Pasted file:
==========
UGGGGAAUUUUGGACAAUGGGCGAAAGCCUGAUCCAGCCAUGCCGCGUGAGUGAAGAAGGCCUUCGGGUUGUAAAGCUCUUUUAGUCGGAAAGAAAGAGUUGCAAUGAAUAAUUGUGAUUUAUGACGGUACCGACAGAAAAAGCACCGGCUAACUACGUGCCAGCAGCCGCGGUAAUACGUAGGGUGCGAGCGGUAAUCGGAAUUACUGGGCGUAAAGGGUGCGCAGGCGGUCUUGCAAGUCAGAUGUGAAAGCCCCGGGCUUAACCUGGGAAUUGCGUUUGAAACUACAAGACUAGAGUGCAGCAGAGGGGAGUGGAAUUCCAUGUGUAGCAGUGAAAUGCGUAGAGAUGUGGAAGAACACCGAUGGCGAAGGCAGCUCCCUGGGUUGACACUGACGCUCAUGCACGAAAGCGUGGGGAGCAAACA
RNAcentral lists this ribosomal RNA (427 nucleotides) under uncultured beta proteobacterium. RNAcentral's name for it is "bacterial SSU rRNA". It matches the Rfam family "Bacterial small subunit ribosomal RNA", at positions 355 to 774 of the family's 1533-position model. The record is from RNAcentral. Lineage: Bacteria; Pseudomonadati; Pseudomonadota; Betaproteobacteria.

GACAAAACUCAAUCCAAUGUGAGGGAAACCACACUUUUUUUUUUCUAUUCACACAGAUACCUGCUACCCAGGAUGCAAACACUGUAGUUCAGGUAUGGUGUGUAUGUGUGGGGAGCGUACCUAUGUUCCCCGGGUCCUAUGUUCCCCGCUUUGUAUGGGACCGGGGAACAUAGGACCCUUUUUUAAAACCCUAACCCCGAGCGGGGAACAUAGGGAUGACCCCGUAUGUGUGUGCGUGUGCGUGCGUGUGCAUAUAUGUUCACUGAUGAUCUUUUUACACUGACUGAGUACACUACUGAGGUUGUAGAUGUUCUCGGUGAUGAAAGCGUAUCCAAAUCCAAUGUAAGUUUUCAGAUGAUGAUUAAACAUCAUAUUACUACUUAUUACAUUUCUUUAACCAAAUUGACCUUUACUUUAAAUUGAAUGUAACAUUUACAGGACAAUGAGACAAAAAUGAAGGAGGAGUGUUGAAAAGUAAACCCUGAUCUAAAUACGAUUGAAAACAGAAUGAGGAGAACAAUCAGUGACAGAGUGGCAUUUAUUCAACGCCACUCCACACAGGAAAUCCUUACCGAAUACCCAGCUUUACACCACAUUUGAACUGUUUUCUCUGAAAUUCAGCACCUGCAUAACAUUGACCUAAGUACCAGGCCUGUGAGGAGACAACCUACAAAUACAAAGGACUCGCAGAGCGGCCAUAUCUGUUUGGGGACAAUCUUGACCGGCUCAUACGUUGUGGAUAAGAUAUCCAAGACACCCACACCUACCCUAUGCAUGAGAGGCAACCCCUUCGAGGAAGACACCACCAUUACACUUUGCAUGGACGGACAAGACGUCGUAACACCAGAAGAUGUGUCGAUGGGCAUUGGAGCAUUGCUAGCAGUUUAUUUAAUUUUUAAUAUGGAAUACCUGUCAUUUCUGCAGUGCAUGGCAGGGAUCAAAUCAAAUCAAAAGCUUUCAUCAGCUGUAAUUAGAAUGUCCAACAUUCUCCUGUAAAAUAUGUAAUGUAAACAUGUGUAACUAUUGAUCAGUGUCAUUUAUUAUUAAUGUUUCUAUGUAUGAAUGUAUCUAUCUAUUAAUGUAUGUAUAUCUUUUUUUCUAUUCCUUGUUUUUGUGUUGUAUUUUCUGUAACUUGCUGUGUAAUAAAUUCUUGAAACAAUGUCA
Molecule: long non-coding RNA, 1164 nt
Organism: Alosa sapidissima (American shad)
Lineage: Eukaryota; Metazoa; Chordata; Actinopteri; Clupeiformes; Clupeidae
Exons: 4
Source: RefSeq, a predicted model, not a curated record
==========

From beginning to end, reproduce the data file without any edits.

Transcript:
UGGGGAAUUUUGGACAAUGGGCGAAAGCCUGAUCCAGCCAUGCCGCGUGAGUGAAGAAGGCCUUCGGGUUGUAAAGCUCUUUUAGUCGGAAAGAAAGAGUUGCAAUGAAUAAUUGUGAUUUAUGACGGUACCGACAGAAAAAGCACCGGCUAACUACGUGCCAGCAGCCGCGGUAAUACGUAGGGUGCGAGCGGUAAUCGGAAUUACUGGGCGUAAAGGGUGCGCAGGCGGUCUUGCAAGUCAGAUGUGAAAGCCCCGGGCUUAACCUGGGAAUUGCGUUUGAAACUACAAGACUAGAGUGCAGCAGAGGGGAGUGGAAUUCCAUGUGUAGCAGUGAAAUGCGUAGAGAUGUGGAAGAACACCGAUGGCGAAGGCAGCUCCCUGGGUUGACACUGACGCUCAUGCACGAAAGCGUGGGGAGCAAACA
RNAcentral lists this ribosomal RNA (427 nucleotides) under uncultured beta proteobacterium. RNAcentral's name for it is "bacterial SSU rRNA". It matches the Rfam family "Bacterial small subunit ribosomal RNA", at positions 355 to 774 of the family's 1533-position model. The record is from RNAcentral. Lineage: Bacteria; Pseudomonadati; Pseudomonadota; Betaproteobacteria.

GACAAAACUCAAUCCAAUGUGAGGGAAACCACACUUUUUUUUUUCUAUUCACACAGAUACCUGCUACCCAGGAUGCAAACACUGUAGUUCAGGUAUGGUGUGUAUGUGUGGGGAGCGUACCUAUGUUCCCCGGGUCCUAUGUUCCCCGCUUUGUAUGGGACCGGGGAACAUAGGACCCUUUUUUAAAACCCUAACCCCGAGCGGGGAACAUAGGGAUGACCCCGUAUGUGUGUGCGUGUGCGUGCGUGUGCAUAUAUGUUCACUGAUGAUCUUUUUACACUGACUGAGUACACUACUGAGGUUGUAGAUGUUCUCGGUGAUGAAAGCGUAUCCAAAUCCAAUGUAAGUUUUCAGAUGAUGAUUAAACAUCAUAUUACUACUUAUUACAUUUCUUUAACCAAAUUGACCUUUACUUUAAAUUGAAUGUAACAUUUACAGGACAAUGAGACAAAAAUGAAGGAGGAGUGUUGAAAAGUAAACCCUGAUCUAAAUACGAUUGAAAACAGAAUGAGGAGAACAAUCAGUGACAGAGUGGCAUUUAUUCAACGCCACUCCACACAGGAAAUCCUUACCGAAUACCCAGCUUUACACCACAUUUGAACUGUUUUCUCUGAAAUUCAGCACCUGCAUAACAUUGACCUAAGUACCAGGCCUGUGAGGAGACAACCUACAAAUACAAAGGACUCGCAGAGCGGCCAUAUCUGUUUGGGGACAAUCUUGACCGGCUCAUACGUUGUGGAUAAGAUAUCCAAGACACCCACACCUACCCUAUGCAUGAGAGGCAACCCCUUCGAGGAAGACACCACCAUUACACUUUGCAUGGACGGACAAGACGUCGUAACACCAGAAGAUGUGUCGAUGGGCAUUGGAGCAUUGCUAGCAGUUUAUUUAAUUUUUAAUAUGGAAUACCUGUCAUUUCUGCAGUGCAUGGCAGGGAUCAAAUCAAAUCAAAAGCUUUCAUCAGCUGUAAUUAGAAUGUCCAACAUUCUCCUGUAAAAUAUGUAAUGUAAACAUGUGUAACUAUUGAUCAGUGUCAUUUAUUAUUAAUGUUUCUAUGUAUGAAUGUAUCUAUCUAUUAAUGUAUGUAUAUCUUUUUUUCUAUUCCUUGUUUUUGUGUUGUAUUUUCUGUAACUUGCUGUGUAAUAAAUUCUUGAAACAAUGUCA
Molecule: long non-coding RNA, 1164 nt
Organism: Alosa sapidissima (American shad)
Lineage: Eukaryota; Metazoa; Chordata; Actinopteri; Clupeiformes; Clupeidae
Exons: 4
Source: RefSeq, a predicted model, not a curated record